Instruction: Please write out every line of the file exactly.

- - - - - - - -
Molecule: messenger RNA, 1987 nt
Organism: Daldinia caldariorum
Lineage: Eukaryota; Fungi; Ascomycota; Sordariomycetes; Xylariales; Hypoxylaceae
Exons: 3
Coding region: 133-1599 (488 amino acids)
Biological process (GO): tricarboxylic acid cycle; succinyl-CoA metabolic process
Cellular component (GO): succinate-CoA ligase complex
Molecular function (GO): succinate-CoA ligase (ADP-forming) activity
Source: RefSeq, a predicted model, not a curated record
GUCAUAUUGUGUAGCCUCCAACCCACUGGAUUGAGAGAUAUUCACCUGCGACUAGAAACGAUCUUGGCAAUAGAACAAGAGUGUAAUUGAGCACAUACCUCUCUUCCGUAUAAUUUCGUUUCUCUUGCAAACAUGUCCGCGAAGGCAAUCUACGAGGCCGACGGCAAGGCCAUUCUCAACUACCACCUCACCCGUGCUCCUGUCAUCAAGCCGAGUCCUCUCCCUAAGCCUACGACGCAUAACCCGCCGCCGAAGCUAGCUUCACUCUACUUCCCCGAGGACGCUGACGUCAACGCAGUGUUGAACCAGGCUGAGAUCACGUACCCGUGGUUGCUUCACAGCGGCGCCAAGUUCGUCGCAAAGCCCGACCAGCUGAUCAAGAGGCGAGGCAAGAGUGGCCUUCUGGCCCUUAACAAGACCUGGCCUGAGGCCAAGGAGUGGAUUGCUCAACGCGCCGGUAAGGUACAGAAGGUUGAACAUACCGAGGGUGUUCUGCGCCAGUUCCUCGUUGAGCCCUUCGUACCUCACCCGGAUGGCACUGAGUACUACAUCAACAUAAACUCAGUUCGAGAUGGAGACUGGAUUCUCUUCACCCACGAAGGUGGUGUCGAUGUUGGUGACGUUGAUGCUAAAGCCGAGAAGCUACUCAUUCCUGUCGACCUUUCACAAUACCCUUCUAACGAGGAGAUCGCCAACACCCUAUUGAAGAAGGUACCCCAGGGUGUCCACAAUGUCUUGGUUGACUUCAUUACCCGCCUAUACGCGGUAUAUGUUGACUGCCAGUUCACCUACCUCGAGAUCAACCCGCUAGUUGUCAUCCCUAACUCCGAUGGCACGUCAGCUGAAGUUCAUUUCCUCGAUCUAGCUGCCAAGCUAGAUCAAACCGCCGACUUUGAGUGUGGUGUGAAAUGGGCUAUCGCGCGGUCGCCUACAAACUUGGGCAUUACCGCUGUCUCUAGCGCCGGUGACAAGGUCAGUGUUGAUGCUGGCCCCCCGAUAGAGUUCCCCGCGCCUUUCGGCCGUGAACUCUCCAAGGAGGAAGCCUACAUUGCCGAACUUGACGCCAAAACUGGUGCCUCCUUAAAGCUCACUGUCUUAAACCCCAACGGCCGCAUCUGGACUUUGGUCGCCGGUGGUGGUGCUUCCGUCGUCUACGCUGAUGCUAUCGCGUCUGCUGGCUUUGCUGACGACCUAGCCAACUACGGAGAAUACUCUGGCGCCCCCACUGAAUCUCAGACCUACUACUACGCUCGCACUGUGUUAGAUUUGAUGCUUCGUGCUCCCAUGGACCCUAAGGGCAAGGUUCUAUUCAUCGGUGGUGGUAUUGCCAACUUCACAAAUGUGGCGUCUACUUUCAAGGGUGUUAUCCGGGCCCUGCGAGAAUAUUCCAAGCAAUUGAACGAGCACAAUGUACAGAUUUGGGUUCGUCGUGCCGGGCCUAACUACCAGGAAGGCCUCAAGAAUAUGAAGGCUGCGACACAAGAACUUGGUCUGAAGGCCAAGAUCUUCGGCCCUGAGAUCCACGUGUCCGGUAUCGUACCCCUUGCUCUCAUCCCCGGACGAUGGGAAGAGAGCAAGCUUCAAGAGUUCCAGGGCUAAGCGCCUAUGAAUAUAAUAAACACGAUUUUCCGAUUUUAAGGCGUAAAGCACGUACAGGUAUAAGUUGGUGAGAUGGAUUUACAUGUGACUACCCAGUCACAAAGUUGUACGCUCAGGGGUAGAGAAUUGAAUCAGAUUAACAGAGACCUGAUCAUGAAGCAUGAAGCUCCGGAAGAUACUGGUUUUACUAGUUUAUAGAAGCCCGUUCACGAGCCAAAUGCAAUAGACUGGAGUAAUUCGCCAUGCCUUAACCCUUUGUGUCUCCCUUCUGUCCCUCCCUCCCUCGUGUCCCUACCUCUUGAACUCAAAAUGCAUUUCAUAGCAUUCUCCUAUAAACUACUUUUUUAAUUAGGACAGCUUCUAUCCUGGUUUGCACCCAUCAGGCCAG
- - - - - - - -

Molecule: messenger RNA, 1987 nt
Organism: Daldinia caldariorum
Lineage: Eukaryota; Fungi; Ascomycota; Sordariomycetes; Xylariales; Hypoxylaceae
Exons: 3
Coding region: 133-1599 (488 amino acids)
Biological process (GO): tricarboxylic acid cycle; succinyl-CoA metabolic process
Cellular component (GO): succinate-CoA ligase complex
Molecular function (GO): succinate-CoA ligase (ADP-forming) activity
Source: RefSeq, a predicted model, not a curated record
GUCAUAUUGUGUAGCCUCCAACCCACUGGAUUGAGAGAUAUUCACCUGCGACUAGAAACGAUCUUGGCAAUAGAACAAGAGUGUAAUUGAGCACAUACCUCUCUUCCGUAUAAUUUCGUUUCUCUUGCAAACAUGUCCGCGAAGGCAAUCUACGAGGCCGACGGCAAGGCCAUUCUCAACUACCACCUCACCCGUGCUCCUGUCAUCAAGCCGAGUCCUCUCCCUAAGCCUACGACGCAUAACCCGCCGCCGAAGCUAGCUUCACUCUACUUCCCCGAGGACGCUGACGUCAACGCAGUGUUGAACCAGGCUGAGAUCACGUACCCGUGGUUGCUUCACAGCGGCGCCAAGUUCGUCGCAAAGCCCGACCAGCUGAUCAAGAGGCGAGGCAAGAGUGGCCUUCUGGCCCUUAACAAGACCUGGCCUGAGGCCAAGGAGUGGAUUGCUCAACGCGCCGGUAAGGUACAGAAGGUUGAACAUACCGAGGGUGUUCUGCGCCAGUUCCUCGUUGAGCCCUUCGUACCUCACCCGGAUGGCACUGAGUACUACAUCAACAUAAACUCAGUUCGAGAUGGAGACUGGAUUCUCUUCACCCACGAAGGUGGUGUCGAUGUUGGUGACGUUGAUGCUAAAGCCGAGAAGCUACUCAUUCCUGUCGACCUUUCACAAUACCCUUCUAACGAGGAGAUCGCCAACACCCUAUUGAAGAAGGUACCCCAGGGUGUCCACAAUGUCUUGGUUGACUUCAUUACCCGCCUAUACGCGGUAUAUGUUGACUGCCAGUUCACCUACCUCGAGAUCAACCCGCUAGUUGUCAUCCCUAACUCCGAUGGCACGUCAGCUGAAGUUCAUUUCCUCGAUCUAGCUGCCAAGCUAGAUCAAACCGCCGACUUUGAGUGUGGUGUGAAAUGGGCUAUCGCGCGGUCGCCUACAAACUUGGGCAUUACCGCUGUCUCUAGCGCCGGUGACAAGGUCAGUGUUGAUGCUGGCCCCCCGAUAGAGUUCCCCGCGCCUUUCGGCCGUGAACUCUCCAAGGAGGAAGCCUACAUUGCCGAACUUGACGCCAAAACUGGUGCCUCCUUAAAGCUCACUGUCUUAAACCCCAACGGCCGCAUCUGGACUUUGGUCGCCGGUGGUGGUGCUUCCGUCGUCUACGCUGAUGCUAUCGCGUCUGCUGGCUUUGCUGACGACCUAGCCAACUACGGAGAAUACUCUGGCGCCCCCACUGAAUCUCAGACCUACUACUACGCUCGCACUGUGUUAGAUUUGAUGCUUCGUGCUCCCAUGGACCCUAAGGGCAAGGUUCUAUUCAUCGGUGGUGGUAUUGCCAACUUCACAAAUGUGGCGUCUACUUUCAAGGGUGUUAUCCGGGCCCUGCGAGAAUAUUCCAAGCAAUUGAACGAGCACAAUGUACAGAUUUGGGUUCGUCGUGCCGGGCCUAACUACCAGGAAGGCCUCAAGAAUAUGAAGGCUGCGACACAAGAACUUGGUCUGAAGGCCAAGAUCUUCGGCCCUGAGAUCCACGUGUCCGGUAUCGUACCCCUUGCUCUCAUCCCCGGACGAUGGGAAGAGAGCAAGCUUCAAGAGUUCCAGGGCUAAGCGCCUAUGAAUAUAAUAAACACGAUUUUCCGAUUUUAAGGCGUAAAGCACGUACAGGUAUAAGUUGGUGAGAUGGAUUUACAUGUGACUACCCAGUCACAAAGUUGUACGCUCAGGGGUAGAGAAUUGAAUCAGAUUAACAGAGACCUGAUCAUGAAGCAUGAAGCUCCGGAAGAUACUGGUUUUACUAGUUUAUAGAAGCCCGUUCACGAGCCAAAUGCAAUAGACUGGAGUAAUUCGCCAUGCCUUAACCCUUUGUGUCUCCCUUCUGUCCCUCCCUCCCUCGUGUCCCUACCUCUUGAACUCAAAAUGCAUUUCAUAGCAUUCUCCUAUAAACUACUUUUUUAAUUAGGACAGCUUCUAUCCUGGUUUGCACCCAUCAGGCCAG